When I was in junior high school in the early 1960s, I used to read every article and every magnificent equipment review (Marantz! Fisher! Thorens! Pickering! Dynaco!) in a now-defunct magazine called Hi-Fi/Stereo Review. In addition to feeding my adolescent dreams about audio components, it gave me my earliest education in music and music criticism.
One feature article pitted the magazine’s two principal jazz writers against one another to debate the question, “Is Ella Fitzgerald a Real Jazz Singer?” Nat Hentoff, now better known as a cultural and political commentator and columnist, took the affirmative. I always felt bad for the writer assigned the negative, Leonard Feather, jazz scholar, producer, voluminous writer, and compiler of the Jazz Encyclopedia.
Circles close. Years later, in 1971, I found myself working as co-lead singer of a ten-piece horn band at the Village Gate alongside Lorraine Feather, Leonard’s daughter. Lorraine has been my pal and correspondent ever since. Lorraine has a new album out, Such Sweet Thunder, the music of Duke Ellington with her own lyrics, plus one tune, “Mighty Like the Blues,” composed by her late father. It’s distributed by the Sancturary label and available on Amazon and Barnes & Noble and all the other popular websites. Nat Hentoff wrote the liner notes.
You probably know Lorraine’s songwriting already. She makes the bulk of her living doing lyrics for films, cartoons, and the like. In The Jungle Book II, she co-wrote “Jungle Rhythm” and “W.I.L.D.” with Paul Grabowsky. In the upcoming Princess Diaries, Julie Andrews sings Lorraine’s “Your Crowning Glory.”
Such Sweet Thunder marks the third of three recent albums for Lorraine, the first two being Café Society and New York City Drag (lyrics to the songs of Fats Waller), albums that, she says, enabled her to make a “breakthrough into radio.” She works with the absolute tops of West Coast jazz players, guys who obviously have a ball playing Ellington tunes.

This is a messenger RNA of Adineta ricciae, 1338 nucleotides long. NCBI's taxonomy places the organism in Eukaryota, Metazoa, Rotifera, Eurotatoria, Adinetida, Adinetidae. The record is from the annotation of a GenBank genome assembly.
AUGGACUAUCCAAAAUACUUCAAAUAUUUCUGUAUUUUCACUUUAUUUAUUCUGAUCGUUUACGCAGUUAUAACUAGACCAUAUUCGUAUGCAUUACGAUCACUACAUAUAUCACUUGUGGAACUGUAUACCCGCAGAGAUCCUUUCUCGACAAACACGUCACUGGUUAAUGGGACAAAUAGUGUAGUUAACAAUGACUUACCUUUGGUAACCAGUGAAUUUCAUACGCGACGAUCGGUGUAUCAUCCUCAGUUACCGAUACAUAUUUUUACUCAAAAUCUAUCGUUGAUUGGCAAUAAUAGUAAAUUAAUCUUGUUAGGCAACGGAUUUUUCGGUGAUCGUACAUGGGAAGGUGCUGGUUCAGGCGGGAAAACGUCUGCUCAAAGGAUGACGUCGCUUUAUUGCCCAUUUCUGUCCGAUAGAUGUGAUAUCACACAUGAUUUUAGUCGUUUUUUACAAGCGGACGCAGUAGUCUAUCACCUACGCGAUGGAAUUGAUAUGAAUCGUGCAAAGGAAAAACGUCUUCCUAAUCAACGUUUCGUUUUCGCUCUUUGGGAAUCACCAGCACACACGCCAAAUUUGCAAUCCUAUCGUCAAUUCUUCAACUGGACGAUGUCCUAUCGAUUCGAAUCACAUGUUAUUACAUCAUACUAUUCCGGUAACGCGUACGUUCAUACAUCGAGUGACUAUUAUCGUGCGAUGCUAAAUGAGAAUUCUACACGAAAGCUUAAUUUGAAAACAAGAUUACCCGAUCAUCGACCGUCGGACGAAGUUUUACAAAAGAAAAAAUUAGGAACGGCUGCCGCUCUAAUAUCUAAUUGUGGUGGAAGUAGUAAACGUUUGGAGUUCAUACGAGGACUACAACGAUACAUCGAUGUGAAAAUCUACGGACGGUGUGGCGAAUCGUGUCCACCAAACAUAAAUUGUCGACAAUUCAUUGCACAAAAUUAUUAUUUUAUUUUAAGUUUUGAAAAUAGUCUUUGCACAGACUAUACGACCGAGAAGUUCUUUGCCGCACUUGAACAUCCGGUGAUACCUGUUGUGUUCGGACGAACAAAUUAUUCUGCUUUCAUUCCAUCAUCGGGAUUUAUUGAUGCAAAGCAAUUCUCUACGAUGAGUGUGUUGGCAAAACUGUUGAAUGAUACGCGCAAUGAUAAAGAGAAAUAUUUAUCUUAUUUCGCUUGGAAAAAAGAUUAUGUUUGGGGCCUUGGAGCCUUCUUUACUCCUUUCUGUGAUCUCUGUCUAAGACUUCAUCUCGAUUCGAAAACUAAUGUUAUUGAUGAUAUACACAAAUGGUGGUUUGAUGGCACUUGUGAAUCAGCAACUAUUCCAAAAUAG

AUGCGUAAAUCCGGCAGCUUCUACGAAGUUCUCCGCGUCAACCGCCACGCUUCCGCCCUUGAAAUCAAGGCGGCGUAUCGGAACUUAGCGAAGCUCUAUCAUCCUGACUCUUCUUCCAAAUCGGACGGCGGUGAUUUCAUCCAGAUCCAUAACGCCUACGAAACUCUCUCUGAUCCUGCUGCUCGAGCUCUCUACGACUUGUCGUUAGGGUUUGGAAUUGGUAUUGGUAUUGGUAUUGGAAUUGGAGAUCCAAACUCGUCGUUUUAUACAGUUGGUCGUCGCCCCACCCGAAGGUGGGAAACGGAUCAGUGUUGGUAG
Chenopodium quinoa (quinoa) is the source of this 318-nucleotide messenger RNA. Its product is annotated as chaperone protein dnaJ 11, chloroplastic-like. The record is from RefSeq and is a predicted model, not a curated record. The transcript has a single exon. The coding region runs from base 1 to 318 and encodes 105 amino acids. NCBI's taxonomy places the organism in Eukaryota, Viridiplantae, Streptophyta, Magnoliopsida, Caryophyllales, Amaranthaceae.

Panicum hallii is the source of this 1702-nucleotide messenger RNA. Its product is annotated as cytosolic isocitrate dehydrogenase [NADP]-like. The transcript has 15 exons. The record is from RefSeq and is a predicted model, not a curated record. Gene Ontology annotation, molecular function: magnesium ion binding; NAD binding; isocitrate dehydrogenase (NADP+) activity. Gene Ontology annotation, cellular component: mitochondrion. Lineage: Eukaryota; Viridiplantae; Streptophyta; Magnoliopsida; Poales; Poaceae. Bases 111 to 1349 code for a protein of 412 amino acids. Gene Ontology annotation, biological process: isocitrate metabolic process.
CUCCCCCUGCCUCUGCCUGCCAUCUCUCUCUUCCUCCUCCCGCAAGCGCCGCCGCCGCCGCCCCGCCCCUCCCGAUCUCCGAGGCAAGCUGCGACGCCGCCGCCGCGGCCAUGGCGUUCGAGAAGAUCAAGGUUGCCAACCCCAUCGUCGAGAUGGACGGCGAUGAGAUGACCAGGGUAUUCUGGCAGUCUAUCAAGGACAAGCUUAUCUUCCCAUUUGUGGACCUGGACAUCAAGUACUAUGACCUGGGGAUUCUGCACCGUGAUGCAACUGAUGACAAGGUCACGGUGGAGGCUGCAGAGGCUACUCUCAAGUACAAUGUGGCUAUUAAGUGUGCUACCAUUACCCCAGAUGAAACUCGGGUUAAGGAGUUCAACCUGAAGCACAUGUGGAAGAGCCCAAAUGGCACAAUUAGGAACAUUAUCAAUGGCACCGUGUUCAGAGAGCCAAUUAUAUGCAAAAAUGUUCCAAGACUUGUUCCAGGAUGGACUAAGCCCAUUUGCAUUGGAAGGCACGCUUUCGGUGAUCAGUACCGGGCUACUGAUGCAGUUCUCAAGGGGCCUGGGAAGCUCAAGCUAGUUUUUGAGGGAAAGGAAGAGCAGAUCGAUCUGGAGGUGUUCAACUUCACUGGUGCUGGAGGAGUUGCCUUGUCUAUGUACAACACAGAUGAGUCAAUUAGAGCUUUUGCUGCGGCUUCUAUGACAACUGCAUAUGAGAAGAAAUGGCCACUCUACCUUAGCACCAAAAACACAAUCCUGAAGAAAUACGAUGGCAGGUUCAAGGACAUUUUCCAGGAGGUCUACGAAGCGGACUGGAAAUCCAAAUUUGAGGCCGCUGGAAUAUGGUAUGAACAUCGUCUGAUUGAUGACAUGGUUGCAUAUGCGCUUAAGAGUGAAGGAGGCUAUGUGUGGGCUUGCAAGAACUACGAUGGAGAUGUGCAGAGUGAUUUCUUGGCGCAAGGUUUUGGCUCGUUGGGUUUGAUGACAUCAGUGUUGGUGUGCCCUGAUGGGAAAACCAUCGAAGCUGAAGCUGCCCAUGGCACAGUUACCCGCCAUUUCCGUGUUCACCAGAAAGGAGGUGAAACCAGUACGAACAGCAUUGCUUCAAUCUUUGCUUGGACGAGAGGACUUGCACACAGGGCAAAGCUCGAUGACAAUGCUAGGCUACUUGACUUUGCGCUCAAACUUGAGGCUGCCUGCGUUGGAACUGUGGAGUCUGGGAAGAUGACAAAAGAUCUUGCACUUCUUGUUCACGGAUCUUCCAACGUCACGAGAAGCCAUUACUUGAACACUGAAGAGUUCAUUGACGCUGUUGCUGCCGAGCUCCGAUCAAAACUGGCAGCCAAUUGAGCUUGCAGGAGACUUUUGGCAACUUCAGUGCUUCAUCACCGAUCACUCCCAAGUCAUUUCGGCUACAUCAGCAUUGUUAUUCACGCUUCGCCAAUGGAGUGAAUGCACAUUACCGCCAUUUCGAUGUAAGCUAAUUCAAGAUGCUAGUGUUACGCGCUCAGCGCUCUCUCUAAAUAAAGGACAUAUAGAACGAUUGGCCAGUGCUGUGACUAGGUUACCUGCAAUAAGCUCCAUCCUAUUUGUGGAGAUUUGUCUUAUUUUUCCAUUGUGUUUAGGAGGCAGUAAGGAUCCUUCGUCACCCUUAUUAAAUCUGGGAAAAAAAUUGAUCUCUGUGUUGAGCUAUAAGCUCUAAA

Lyricists of Lambert-Hendrix-Ross type tunes, with vocals based on riffs and jazz solos, often get themselves trapped into more or less nonsense stuff about “swingin'” and “the night that Bird played” and so forth. Not Lorraine. She has used the songs as jumping-off points for literate, witty, and often strikingly beautiful lyric flights. I longed for a lyric sheet, which the album does not have. Lines keep popping out at you, and I found myself writing frantically, trying to get the best of them.
From “Tenacity,” a wry reference to Carl Sagan: “Earth from Heaven is a pale blue dot.”
From “Lovely Creatures,” this bit of hard-won wisdom: “You can’t live off the tender beginnings of each love affair…You look inside and see there’s someone there.”
The Cole Porterish trope in “Antarctica”: “Used to call me your precious little cormorant. I’d erase your last message but find I can’t.”
From “Peaceful Kingdom,” arguably the most beautiful tune on the album:
“I saw the painting back when I was a child, as did we all, Lion and Lamb resting together in the shade of a tree, blissfully unaware of how life has to be, full of cruelty as well as the good.”
Lorraine has a clear lush voice best displayed, I think, on slower tunes like “Kingdom.” She can obviously handle the breakneck nimbleness required of uptempo jazz, but she’s no belter. The ballads on Such Sweet Thunder stand out, and I expect will get most of the radio play, especially “Kingdom,” with its gorgeous, spacey background vocals.
Lorraine gets up early these days in her northern California coastal home, which she shares with dogs and cats and her husband Tony Morales, the longtime drummer for the R & B group The Rippingtons. Tony has retired to “a real job,” as Lorraine says, afflicted with the stress injuries that plague drummers. And she works. Her own songs, she says, let her spin out her lyric ideas unfettered by the usual commercial constraints, which can be considerable:
“I was just doing a gig that involved being on a conference call with eight people at a time discussing songs for an animated film — what I could say for these characters, what I couldn’t say. So when I do my own projects, I like to give myself freedom to write about any old thing.”
Such Sweet Thunder makes me long for the old days of tube amps and the stereo I never got to assemble, so I could listen to this rich compilation of Ellingtonia and Feather from a warm LP. That’s fitting. Lorraine’s father’s oldest and best friend was Benny Carter, he knew the Duke well, and Lorraine’s godmother was Billie Holiday.
And she’s still carrying on.
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